My hero-dom is short lived, Mark. Sorry to disappoint you. My niece dived with this shark and her dive buddy took the photo. I dived with many sharks in PNG, but not this one. And if someone got bitten by a grey nurse, they probably asked for it. I've just read the article - it was off Manly Beach. The guy was swimming in the dark with friends. I think there are nastier predators to worry about in our waters. What ever happened to "never swim in the dark"?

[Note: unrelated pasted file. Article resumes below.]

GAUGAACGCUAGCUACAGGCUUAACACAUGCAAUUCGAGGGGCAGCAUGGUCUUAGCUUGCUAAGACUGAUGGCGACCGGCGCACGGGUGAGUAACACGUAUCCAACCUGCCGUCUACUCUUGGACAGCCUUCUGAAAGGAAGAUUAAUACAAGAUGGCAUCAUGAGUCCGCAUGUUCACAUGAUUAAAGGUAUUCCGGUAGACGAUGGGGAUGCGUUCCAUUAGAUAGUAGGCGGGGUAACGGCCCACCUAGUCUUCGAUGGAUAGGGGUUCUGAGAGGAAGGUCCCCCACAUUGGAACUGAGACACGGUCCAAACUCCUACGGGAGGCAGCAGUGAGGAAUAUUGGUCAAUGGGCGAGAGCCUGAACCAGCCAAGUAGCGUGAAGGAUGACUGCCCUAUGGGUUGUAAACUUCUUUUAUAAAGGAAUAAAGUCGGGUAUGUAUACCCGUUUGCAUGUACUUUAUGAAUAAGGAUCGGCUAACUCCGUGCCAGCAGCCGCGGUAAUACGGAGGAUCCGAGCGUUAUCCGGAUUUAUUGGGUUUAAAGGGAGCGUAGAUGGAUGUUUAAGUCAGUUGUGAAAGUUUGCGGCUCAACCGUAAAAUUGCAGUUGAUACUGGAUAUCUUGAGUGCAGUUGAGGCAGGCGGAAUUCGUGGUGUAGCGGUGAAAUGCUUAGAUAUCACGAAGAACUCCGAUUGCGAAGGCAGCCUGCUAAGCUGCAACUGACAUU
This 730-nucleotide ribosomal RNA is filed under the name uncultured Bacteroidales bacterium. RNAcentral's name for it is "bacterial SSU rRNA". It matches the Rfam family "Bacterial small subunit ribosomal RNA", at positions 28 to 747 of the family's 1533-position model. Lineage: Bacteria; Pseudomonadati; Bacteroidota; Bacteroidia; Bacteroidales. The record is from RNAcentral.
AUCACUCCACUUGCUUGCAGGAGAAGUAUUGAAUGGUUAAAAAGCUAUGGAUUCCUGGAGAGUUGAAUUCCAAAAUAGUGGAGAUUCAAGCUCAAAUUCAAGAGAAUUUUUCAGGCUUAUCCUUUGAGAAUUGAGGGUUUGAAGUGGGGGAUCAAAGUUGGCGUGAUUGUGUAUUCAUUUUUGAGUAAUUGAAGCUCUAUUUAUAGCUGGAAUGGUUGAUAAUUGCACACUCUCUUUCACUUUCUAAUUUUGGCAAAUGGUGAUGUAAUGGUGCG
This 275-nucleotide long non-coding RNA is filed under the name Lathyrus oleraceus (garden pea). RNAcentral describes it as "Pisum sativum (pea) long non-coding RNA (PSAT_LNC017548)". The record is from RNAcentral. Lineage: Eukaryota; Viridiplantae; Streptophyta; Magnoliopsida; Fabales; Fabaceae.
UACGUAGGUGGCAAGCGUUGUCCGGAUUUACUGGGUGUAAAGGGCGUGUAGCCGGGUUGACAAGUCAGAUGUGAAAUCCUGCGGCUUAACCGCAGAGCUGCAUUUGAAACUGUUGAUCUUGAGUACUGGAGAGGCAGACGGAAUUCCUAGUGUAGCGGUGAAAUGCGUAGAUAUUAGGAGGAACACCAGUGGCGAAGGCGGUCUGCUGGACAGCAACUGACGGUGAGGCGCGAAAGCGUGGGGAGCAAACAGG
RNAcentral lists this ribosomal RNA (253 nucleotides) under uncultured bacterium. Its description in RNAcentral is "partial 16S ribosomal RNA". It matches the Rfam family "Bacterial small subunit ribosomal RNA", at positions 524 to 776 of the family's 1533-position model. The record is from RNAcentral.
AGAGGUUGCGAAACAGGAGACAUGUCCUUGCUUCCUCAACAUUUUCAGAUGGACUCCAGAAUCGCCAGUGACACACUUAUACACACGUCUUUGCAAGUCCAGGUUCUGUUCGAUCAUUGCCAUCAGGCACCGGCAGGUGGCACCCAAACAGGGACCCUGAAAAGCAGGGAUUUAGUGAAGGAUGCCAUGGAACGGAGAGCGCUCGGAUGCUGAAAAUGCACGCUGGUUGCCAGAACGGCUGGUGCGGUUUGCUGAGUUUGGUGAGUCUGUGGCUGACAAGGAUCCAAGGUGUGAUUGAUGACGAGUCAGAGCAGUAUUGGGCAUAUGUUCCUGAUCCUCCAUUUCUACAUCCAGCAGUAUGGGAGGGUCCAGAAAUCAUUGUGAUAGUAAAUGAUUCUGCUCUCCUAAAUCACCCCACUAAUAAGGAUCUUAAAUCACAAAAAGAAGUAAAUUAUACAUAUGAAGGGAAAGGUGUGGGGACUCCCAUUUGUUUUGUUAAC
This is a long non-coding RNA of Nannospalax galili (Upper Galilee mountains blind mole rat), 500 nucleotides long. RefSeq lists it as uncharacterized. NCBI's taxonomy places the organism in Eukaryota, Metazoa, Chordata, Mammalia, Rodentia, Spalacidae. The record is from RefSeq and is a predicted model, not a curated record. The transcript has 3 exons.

The "grey nurse shark" is the first species of shark I ever saw. I was only 6 or 7 years old and was mesmerised by its massive size and razor-sharp teeth, but also kind of terrified - it was the stuff of nightmares to a little kid. That was at Taronga Park Zoo in Sydney, and they had an aquarium with sharks and other marine creatures. But as I grew up I would occasionally see them at the beach, most often at this one (North Avoca Beach), out beyond the breakers. I remember being told to "count the fins" if I ever encountered a shark, and if there were two (dorsal) fins, or three including the long tail breaking the surface of the water, then it was a grey nurse and therefore harmless! Any fear I had of them had long-since-passed, and my siblings and I were water babies and totally fearless of anything other than being dumped by the odd humongous wave. Being shark bait never occurred to us. Despite its fearsome appearance and strong swimming ability, it is a relatively placid and slow-moving shark with no confirmed human fatalities. That's not bad for an animal that's related to the great white shark Carcharodon carcharias. To quote my niece who dives with these sharks regularly... "they are so placid, big and scary looking, but the old Labrador of the sea." This is a beautiful and fascinating species, and the reference links provide tons of information. Full credit goes to Byron Diver of DIVE Imports Australia, Erina, New South Wales, Australia, for this spotting and photo. Thanks, Byron.